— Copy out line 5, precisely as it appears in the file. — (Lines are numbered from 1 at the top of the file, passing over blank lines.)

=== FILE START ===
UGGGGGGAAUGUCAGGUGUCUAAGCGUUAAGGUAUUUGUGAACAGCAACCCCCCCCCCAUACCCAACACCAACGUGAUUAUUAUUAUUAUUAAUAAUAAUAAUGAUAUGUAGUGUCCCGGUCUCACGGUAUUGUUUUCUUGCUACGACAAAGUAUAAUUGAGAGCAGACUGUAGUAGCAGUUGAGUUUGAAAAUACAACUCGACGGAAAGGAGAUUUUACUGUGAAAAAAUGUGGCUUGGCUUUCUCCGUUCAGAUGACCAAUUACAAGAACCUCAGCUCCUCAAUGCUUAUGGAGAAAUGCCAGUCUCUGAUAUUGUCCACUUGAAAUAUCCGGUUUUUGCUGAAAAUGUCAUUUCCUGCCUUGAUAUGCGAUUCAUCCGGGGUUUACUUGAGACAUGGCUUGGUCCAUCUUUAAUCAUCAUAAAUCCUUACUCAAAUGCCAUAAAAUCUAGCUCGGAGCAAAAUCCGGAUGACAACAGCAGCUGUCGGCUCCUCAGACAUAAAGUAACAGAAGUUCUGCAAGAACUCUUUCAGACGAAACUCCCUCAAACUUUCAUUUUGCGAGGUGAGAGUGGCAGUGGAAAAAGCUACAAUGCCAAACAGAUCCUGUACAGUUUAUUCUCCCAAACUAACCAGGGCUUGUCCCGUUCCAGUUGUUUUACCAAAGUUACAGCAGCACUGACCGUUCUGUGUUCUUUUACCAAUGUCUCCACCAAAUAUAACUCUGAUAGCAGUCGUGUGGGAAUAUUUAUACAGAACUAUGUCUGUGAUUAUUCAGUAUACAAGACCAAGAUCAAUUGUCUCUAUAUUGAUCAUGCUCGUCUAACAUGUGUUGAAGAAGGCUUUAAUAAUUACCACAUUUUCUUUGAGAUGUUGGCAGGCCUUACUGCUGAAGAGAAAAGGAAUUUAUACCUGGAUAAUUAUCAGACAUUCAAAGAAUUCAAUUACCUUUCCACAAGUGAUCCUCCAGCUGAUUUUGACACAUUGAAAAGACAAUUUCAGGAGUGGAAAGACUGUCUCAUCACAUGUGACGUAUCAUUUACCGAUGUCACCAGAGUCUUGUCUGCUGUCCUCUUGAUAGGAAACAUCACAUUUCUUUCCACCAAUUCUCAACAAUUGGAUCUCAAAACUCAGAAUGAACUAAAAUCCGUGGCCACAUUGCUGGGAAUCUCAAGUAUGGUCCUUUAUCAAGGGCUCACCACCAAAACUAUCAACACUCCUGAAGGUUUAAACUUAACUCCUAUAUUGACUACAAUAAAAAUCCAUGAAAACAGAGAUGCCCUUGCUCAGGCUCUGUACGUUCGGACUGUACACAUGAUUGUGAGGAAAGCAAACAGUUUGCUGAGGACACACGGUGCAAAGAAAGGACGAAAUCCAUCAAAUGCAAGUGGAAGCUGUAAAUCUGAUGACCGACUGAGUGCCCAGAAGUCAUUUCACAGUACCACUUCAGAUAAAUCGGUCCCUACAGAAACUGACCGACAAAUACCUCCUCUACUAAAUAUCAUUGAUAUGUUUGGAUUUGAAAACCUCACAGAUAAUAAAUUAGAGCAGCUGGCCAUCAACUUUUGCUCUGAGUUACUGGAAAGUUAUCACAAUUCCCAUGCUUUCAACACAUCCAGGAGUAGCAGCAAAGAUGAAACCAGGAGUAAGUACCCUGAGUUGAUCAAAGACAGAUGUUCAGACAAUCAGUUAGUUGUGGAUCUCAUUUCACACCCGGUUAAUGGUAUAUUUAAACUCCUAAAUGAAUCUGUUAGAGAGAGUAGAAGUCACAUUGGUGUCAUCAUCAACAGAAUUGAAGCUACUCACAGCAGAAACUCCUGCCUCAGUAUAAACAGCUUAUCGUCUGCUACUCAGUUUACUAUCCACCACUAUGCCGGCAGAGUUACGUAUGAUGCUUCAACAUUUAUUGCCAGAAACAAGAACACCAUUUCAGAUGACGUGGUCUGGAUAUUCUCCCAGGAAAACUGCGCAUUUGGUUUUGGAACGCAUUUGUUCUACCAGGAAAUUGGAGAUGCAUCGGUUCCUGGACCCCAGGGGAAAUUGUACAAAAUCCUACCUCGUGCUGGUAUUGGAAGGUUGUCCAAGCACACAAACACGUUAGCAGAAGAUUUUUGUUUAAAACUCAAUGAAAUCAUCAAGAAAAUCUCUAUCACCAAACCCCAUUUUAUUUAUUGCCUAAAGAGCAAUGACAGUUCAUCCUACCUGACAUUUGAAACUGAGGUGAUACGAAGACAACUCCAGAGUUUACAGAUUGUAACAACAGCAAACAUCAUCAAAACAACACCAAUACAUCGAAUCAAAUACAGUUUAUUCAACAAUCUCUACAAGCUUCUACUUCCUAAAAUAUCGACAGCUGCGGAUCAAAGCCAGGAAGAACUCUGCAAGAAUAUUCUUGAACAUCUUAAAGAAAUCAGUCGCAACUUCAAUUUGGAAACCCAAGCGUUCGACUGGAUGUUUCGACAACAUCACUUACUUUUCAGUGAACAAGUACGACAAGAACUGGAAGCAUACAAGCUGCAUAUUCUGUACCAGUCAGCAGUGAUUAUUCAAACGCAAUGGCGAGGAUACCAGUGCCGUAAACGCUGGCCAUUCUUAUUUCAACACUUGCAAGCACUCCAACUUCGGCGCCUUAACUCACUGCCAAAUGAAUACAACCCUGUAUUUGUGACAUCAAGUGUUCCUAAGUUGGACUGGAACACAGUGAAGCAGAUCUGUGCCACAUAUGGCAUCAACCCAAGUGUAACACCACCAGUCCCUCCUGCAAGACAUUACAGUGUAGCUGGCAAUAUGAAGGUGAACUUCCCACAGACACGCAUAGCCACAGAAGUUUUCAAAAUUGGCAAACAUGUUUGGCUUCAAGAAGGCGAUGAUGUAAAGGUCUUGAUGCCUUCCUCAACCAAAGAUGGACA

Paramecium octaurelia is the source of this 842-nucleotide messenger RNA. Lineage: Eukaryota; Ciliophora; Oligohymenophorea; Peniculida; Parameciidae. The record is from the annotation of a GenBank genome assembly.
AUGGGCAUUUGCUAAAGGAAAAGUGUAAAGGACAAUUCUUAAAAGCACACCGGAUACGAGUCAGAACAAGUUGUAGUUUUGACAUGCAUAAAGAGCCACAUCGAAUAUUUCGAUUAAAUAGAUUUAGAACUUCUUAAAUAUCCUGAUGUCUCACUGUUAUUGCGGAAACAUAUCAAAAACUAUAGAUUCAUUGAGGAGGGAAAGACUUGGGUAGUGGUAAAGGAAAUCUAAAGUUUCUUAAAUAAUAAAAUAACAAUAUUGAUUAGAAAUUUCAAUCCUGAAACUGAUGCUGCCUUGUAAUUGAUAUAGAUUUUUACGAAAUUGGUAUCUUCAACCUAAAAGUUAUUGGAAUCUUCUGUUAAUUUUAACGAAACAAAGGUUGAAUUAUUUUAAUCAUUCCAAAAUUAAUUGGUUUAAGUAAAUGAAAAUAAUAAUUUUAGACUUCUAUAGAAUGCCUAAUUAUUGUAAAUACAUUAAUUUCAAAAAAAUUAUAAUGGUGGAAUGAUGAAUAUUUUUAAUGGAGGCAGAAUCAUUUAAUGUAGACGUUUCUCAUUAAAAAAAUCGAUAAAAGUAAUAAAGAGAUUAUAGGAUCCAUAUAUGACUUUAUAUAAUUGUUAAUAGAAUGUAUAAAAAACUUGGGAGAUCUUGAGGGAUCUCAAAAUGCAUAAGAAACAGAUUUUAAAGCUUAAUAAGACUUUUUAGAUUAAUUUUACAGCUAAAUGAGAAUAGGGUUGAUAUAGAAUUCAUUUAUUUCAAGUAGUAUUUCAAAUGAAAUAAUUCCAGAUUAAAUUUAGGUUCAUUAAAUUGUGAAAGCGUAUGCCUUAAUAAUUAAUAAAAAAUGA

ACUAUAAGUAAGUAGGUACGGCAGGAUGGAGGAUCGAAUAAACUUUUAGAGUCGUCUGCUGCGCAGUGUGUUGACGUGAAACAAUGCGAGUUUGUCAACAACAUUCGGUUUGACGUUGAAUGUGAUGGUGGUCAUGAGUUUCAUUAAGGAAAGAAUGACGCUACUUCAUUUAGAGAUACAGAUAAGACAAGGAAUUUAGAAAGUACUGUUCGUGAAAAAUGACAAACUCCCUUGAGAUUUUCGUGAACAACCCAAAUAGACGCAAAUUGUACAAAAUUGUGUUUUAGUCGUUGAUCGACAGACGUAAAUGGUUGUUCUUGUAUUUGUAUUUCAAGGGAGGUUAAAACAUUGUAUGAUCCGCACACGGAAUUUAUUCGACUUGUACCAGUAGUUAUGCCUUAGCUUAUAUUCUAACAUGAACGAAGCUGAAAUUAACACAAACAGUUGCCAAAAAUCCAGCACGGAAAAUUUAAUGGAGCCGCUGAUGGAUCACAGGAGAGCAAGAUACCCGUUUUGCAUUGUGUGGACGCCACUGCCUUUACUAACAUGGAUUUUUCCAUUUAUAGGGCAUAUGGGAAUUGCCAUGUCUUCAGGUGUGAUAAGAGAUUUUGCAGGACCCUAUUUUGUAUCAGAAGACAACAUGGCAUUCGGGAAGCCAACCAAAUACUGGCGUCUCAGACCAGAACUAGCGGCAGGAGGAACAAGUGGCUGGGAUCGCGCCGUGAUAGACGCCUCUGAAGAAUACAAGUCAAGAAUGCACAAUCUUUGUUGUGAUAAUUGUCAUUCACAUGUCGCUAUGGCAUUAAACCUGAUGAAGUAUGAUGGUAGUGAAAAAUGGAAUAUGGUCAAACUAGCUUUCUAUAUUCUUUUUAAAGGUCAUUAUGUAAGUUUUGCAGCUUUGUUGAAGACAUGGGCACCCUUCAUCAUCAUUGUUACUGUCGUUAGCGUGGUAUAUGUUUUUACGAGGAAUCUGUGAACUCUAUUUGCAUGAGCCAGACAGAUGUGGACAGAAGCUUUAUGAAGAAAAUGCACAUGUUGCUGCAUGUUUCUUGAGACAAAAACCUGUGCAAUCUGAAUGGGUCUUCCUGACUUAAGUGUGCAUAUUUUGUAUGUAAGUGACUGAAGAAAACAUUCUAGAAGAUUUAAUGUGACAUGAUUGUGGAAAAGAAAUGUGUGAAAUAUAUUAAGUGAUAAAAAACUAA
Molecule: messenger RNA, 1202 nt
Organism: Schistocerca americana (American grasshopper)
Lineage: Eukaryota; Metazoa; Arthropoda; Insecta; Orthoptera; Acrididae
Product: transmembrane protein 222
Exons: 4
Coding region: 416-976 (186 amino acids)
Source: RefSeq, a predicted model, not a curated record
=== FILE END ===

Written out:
Molecule: messenger RNA, 1202 nt